The results that 13% of the women in this study were HIV positive agree with the national HIV prevalence figures. According to the MDHS 2010 results [17] the national HIV prevalence rate for women in middle age (28 - 44 years) was 12%. Furthermore, the MDHS 2010 [17] stipulated that HIV prevalence among adults aged 15 - 49 years had stabilised at around 12%. The HIV positive status was also a risk for cervical cancer. A study by Khumnun [18], found that HIV positive patients have higher odds for cervical cancer development than HIV negative people. However, in this study, the proportion of HIV positive women was low, showing that cervical cancer affects even HIV negative women if they have been exposed to other important risk factors.

Majority of the women stayed far from health facility and it took them an average of two hours to reach the facility on foot. The long distance contributed to other factors that hindered women from accessing the free health care early when the symptoms and signs appeared as also reported by Kunda et al. [7]. Results show that households that live far from hospitals have difficulties to access the free health care. The situation in Malawi is exacerbated by poor road infrastructure that makes driving difficult. These results agree with those of a study conducted by Villafuerte et al. [19], who also found that one of the barriers related to the provision of free health services was long distance which limited women’s accessibility to health care centres.

Majority of the women walked to the facility despite the long distance. However, when they became weak, most of them were not able to walk to the health facility. Kunda et al. [7] reported similar results that patients and clients residing in areas where transportation was expensive and unaffordable, were unable to present to hospitals in time. Kamphinda-Banda [4] also reported that distance to the health facility and transportation were challenges for most people in the rural areas to seek health care.

The results further show that the health seeking behaviour of the women in this study was adversely affected by limited financial resources. The women in rural areas do not have adequate financial resources to enable them seek the free cervical cancer services on time. A study by Bourne et al. [20] reported that socio-economic factors delayed women from seeking cancer screening, early detection and care. In most developing countries, preventive care is not common because it is viewed as a luxury. The situation is different in the developed countries where women are screened for cervical cancer before symptoms and signs appear. As a result, in the developed countries cervical cancer incidence and mortality rates have been declining since 1998 [5]. When comparison is made between the developing and developed countries, the highest incidences (reported as age standardized rates per 100,000 women) in the developing countries are in Haiti (87.3), Tanzania (68.6), Zambia (53.7), Guinea (50.9), Rwanda (48.2) and Malawi (46.6) as compared to a rate of 7.7 in the USA and Canada [8].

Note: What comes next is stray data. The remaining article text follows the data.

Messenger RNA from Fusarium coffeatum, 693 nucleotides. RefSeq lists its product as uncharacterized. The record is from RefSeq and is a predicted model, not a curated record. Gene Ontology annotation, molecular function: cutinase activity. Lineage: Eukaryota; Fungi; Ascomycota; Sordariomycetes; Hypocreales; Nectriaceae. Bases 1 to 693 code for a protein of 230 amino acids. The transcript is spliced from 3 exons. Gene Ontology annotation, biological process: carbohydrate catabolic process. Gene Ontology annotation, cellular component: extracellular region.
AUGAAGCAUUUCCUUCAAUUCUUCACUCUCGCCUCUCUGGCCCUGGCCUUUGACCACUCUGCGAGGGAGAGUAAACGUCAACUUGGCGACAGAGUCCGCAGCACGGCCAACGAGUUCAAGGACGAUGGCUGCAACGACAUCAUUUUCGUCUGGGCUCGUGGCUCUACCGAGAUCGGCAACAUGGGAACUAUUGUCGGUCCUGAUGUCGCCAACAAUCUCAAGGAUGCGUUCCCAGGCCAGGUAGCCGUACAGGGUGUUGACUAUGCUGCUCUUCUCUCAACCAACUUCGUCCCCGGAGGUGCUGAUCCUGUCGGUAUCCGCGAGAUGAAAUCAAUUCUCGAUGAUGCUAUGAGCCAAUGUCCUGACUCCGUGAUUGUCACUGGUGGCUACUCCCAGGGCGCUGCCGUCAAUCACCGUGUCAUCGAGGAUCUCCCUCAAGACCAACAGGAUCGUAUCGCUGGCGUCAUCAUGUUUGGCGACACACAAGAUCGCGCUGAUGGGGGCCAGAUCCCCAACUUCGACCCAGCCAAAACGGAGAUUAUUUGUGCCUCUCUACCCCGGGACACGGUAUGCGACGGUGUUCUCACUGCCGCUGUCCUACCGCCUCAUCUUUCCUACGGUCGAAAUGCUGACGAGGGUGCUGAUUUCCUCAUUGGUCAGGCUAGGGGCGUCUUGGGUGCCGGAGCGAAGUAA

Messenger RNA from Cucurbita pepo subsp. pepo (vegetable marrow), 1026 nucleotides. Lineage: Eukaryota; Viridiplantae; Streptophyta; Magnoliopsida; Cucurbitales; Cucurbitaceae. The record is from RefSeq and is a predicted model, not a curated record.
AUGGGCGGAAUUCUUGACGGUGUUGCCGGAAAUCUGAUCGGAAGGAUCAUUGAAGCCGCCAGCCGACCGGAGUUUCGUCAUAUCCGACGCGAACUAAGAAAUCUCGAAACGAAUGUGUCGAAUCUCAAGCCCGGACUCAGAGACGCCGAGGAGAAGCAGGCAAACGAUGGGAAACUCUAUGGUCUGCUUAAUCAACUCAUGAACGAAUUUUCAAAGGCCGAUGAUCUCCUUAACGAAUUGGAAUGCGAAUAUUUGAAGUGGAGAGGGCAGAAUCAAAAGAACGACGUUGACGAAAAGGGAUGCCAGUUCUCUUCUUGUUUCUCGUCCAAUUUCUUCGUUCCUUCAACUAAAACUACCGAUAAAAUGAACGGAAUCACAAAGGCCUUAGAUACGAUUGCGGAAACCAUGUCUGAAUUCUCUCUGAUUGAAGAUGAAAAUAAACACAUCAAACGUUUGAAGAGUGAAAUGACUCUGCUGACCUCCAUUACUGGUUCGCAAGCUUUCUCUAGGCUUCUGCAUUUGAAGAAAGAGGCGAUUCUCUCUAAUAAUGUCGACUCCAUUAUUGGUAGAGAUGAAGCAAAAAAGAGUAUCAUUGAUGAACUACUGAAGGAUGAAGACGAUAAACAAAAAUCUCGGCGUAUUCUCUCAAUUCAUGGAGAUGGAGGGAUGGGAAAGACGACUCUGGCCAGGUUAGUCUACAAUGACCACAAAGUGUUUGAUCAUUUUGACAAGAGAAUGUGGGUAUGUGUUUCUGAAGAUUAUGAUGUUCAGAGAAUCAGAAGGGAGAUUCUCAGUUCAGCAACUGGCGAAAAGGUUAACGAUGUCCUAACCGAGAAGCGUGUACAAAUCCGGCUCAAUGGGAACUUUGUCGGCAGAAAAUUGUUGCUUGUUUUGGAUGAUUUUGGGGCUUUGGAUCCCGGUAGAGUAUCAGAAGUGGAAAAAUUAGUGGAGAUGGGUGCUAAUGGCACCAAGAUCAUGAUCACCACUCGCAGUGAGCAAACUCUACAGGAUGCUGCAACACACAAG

The majority of the women made many visits to the health facility before they were properly diagnosed of the cervical cancer. Some participants even sought services from private health facilities several times where they paid bills for inappropriate treatment. Dabash, et al. [21] reported that poor services in the public facilities which often depended on a single provider’s presence resulted to women having to make numerous visits before they were assisted. Numerous visits may have been inevitable due to the nature of the diseases. Cervical cancer services around the world require multiple visits for screening, confirmatory diagnosis, treatment and follow-up which in the process compounds both financial and opportunity costs to women. These delays contribute to high attrition rates because appropriate treatment and care is not initiated on time [21].

Despite the delay, women described the care they received at the tertiary facility as being good and satisfactory. These results are similar to those reported by Villafuerte et al. [19] where women indicated that they received good and satisfactory care. Bourne et al. [20] in their study found that the client-provider relationship greatly affects client satisfaction, for example the conditions under which counselling takes place, how effectively and respectfully the provider communicates information to the woman, the woman’s ability to ask questions, the process of informed consent and the respect for privacy and confidentiality. Majority of the women in this study reported that they were examined in the vagina with instruments. In a similar study by Villafuerte et al. [19] different findings were reported. Some women stated that the doctor skipped examination during the first consultation and neither told them what they had found but simply prescribed medication. Furthermore, Mosha et al. [2] in their study found that per vaginal discharge was the clinical symptom reported by all patients followed by lower abdominal pain, backache and post coital bleeding. In view of these findings, clinicians need to at least perform a speculum examination as a primary screening tool in areas with limited resources for screening cervical cancer.


This study was conducted at two tertiary hospitals in the Southern Region of Malawi. Consequently, the results may be limited in portraying the national picture in Malawi due to geographic and cultural differences among the different regions of the country.


There is limited knowledge about cervical cancer by most women in the country. The health workers at the lower health facility levels such as health centres are also constrained to diagnose the disease early. There is therefore a need to create awareness among women of all ages and health workers in all the hospitals to utilize the free cervical cancer prevention and screening services that are available in the 22 districts of the country. There is also a need for massive campaign to immunize all girls against HPV. For those already infected, when they present at any health facility with abnormal vaginal discharge that is followed by lower abdominal pain, backache and post coital bleeding, they should immediately be referred to the cervical cancer clinics at the tertiary health facilities. Furthermore, there is a need for a multi-sectoral approach in addressing cervical cancer situation in Malawi, which should involve the Ministry of Health (Policy makers), training institutions, hospitals, communities and their leaders, families and individuals.


The study was conducted as a part of the senior author’s Master of Science degree in Reproductive Health at the University of Malawi, Kamuzu College of Nursing with a scholarship from the Global Fund through the Malawi Ministry of Health. The preparation of the manuscripts for publication was funded by the University of Tromso, Norway and the Agency for Norwegian Development Cooperation.